Petra | Jordan. A rose-red city half as old as time
San Vicente | Palawan. Counting solitary strides.
Taj Mahal | India. A teardrop on the cheek of time
Catanduanes Island. Postcard-pretty slideshow.
Keep Kalm (at Kalanggaman Island | Leyte).
Nikko | Japan. See no evil, hear no evil, speak no evil in this UNESCO heritage town.
Counting temples in Bagan | Myanmar.
Chasing UNESCO World Heritage Sites in Sri Lanka.
Where to Stay? | Luxury, Backpacking & Glamping
Inaul Festival | Maguindanao. In homage of a weaving tradition

Clarin House of Suman | Misamis Occidental



In a country where rice is life, it comes as no surprise that arguably the Philippines' favorite snack is the suman, a hand-rolled sticky rice cake usually wrapped in banana and palm leaves. Like most Filipinos, I’ve come across different varieties of suman all over the archipelago. There’s the Tupig in Ilocos Norte and Pangasinan, Suman Pinipig in Bulacan, Suman Moron and Budbod in Visayas, and Pintos in Mindanao—just to state a few—all differing in preparations, sizes and certain ingredients added.

sikwate and Clarin’s House of Suman
Suman always goes well with a hot cup of Sikwate - a Filipino chocolate made from tablea (ground cacao beans)
So, you might wonder what makes the suman of Misamis Occidental—specifically the ones made by the Clarin House of Suman—different from all the others? That’s what we found out during our side-trip to the town of Clarin.

The House that OTOP Built


Clarin House of Suman was founded in 2009 as a creation of the one town, one product (OTOP) initiative of the Philippine Government that aims to boost community-driven industries through locally made and sourced products. To make their suman produce stand-out from the other sticky rice cake in the country, the brains behind Clarin House of Suman focused on concocting a fusion of diverse flavors. Initially starting with a handful of savors, they now serve 20 flavors of suman. These comes in classic suman, ube, langka, mango, pineapple, chocolate, cheese, yema, latik, buko and even durian.
Levy Amosin

Admittedly, of all the suman I tasted all over the Philippines, my favorite was the Chocolate budbod suman I had in Dumaguete. But upon letting my tongue roll over the deliciousness of Clarin's tablea-flavored suman, I found myself a new favorite suman—up there in my suman chart with the budbod of Dumaguete.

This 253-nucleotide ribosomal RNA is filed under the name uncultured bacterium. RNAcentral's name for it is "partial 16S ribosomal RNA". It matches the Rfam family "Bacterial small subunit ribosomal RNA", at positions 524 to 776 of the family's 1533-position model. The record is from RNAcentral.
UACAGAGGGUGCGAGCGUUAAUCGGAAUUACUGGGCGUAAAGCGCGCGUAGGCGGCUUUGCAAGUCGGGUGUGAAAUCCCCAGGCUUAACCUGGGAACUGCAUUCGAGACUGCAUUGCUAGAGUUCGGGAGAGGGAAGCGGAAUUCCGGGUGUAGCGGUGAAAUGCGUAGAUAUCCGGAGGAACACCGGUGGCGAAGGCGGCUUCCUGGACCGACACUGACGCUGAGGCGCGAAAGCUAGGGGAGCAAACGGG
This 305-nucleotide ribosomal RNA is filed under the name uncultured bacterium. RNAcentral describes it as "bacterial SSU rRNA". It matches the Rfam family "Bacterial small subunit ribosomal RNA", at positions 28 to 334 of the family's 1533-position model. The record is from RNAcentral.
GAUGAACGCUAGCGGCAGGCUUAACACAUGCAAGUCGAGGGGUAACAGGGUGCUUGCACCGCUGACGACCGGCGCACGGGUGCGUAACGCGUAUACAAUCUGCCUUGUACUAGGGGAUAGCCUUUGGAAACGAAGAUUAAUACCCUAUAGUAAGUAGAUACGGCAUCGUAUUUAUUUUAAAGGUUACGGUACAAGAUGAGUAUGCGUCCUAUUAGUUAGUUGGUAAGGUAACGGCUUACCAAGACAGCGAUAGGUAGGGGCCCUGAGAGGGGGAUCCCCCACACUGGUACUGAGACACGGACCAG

Sikwate and Suman at Clarin’s House of Suman

Of course, there won’t be a House of Suman without the Suman Factory. So, like a bunch of kids venturing inside Willy Wonka’s chocolate plant, we giddily observed the suman-makers as they mix and batter various ingredients, hand-roll sticky rice and wrapped em all in banana leaves.


Each day, the suman makers numbering from 17 to 20 at any given day, can come up with 3,000 to 5,000 suman pieces that are sold out before closing time. Certainly, a box-office hit if you ever saw one.

Last-Minute Pasalubong Spree


Travelers passing by the stretch of the Ozamis-Oroquietta National Highway are hard-pressed to ignore the green colored Clarin House of Suman. True to it, aside from sampling various flavors of suman and filling us up to the brim—carbo loaded to the max—we also ended up hoarding pasalubongs for our family and friends back home. I bought a dozen sumans like I would buy a dozen donuts of varied tastes plus I also took home with me a couple of packs of Tablea.

They also sell other types of kakanin
Achieving low-key but rock star status among foodies in the country, Clarin House of Suman further expanded its presence when they were invited at the Madrid Fusion event in Manila in 2017. 


During the said gathering, chefs from all over the world took notice of the rice cakes from Clarin's. Finally, when one think of sticky rice cake, one will not only be reminded of the ones from Thailand as here in our own, we also have a whole enchilada of flavorful sticky rice cakes—and we call them suman.